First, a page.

There is so much confusion. We really don’t know what will happen, because when people say we must live in a united Ukraine and we see at the same time Ukrainian forces in retreat – what should we think?
Ukraine, Russia and the Kremlin-backed separatists sign a ceasefire deal. Gunfire and shelling appear to fall silent across the east of the country as the agreement takes effect. Poroshenko says he ordered his forces to halt hostilities at 6 p.m. local time (11 a.m. EDT) after the deal was signed in Minsk, Belarus capital, by the three sides and a representative of the Organization for Security and Cooperation in Europe. Separatist leaders also say they ordered their forces to hold fire. Poroshenko says the cease-fire is based on an agreement reached during a ‘long conversation’ with Putin and will be overseen by international monitors from the OSCE. The European Union is preparing additional sanctions in case it fails. The negotiators also agree on withdrawal of all heavy weaponry, the release of all prisoners and the delivery of humanitarian aid to devastated cities in eastern Ukraine.
Obama and Cameron write in a commentary for The Times that global security is under threat from Russia’s unilateral actions in the Crimea and Ukraine and the ability of groups like ISIS to develop state-like powers:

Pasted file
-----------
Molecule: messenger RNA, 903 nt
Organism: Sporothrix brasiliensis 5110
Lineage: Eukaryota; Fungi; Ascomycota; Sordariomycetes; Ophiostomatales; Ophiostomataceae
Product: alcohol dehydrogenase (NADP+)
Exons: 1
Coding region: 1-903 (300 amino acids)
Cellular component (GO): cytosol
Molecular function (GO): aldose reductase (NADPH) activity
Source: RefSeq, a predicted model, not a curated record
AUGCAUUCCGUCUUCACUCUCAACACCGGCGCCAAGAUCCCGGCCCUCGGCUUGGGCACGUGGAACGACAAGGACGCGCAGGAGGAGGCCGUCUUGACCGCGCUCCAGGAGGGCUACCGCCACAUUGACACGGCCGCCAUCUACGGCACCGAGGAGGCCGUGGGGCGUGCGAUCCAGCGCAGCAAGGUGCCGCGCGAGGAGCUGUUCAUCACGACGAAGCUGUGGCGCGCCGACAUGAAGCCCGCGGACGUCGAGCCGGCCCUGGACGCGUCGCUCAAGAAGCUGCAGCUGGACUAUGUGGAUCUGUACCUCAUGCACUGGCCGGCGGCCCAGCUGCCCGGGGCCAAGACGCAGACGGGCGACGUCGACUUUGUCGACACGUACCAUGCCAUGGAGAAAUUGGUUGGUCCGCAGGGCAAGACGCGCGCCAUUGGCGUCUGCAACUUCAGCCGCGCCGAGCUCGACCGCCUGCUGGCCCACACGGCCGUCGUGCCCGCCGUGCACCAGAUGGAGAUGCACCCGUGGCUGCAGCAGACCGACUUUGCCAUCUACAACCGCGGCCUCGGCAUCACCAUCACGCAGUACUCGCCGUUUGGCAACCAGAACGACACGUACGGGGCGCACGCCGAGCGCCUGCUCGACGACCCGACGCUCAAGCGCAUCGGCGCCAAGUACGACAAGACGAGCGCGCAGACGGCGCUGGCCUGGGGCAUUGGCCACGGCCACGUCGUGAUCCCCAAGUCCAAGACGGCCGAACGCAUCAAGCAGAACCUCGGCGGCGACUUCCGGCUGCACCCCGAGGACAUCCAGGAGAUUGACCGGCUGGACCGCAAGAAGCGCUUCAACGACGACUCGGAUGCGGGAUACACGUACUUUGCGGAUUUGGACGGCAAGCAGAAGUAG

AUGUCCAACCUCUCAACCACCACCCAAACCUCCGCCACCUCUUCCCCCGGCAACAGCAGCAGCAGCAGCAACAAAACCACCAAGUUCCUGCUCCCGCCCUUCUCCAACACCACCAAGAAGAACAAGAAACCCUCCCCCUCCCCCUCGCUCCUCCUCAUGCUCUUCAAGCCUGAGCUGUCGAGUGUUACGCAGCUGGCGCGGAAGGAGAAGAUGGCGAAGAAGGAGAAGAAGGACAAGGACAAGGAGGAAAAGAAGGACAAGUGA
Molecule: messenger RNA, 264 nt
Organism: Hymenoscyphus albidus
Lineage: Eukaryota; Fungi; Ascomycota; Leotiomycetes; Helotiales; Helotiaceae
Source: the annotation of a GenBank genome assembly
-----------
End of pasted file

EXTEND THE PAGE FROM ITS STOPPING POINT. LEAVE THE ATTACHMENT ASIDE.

The growth of technology and globalisation, for all its great benefits and opportunities, has put power once reserved for States in the hands of the individual, raising the capacity of terrorists to do harm. The utterly despicable murders of two American journalists by ISIL are but the latest evidence of a brutal and poisonous extremism that murders indiscriminately and risks exporting terrorism abroa.
Isolationism has no place in the global era:
Of course there are some who say that we shouldn’t get involved in addressing these threats, that in Britain and America we have done our bit for the world and we should leave today’s problems for others to sort out. … First, those who believe in stepping back and adopting an isolationist approach misunderstand the nature of security in the 21st century. Developments in other parts of the world, particularly in Iraq and Syria threaten our security at home.
They say NATO can adapt to the new global security environment, and renew calls for a rapid response force to tackle the Russian aggression and for member nations to commit to spending 2% of GDP on defense. Military, economic and political force must all be utilized: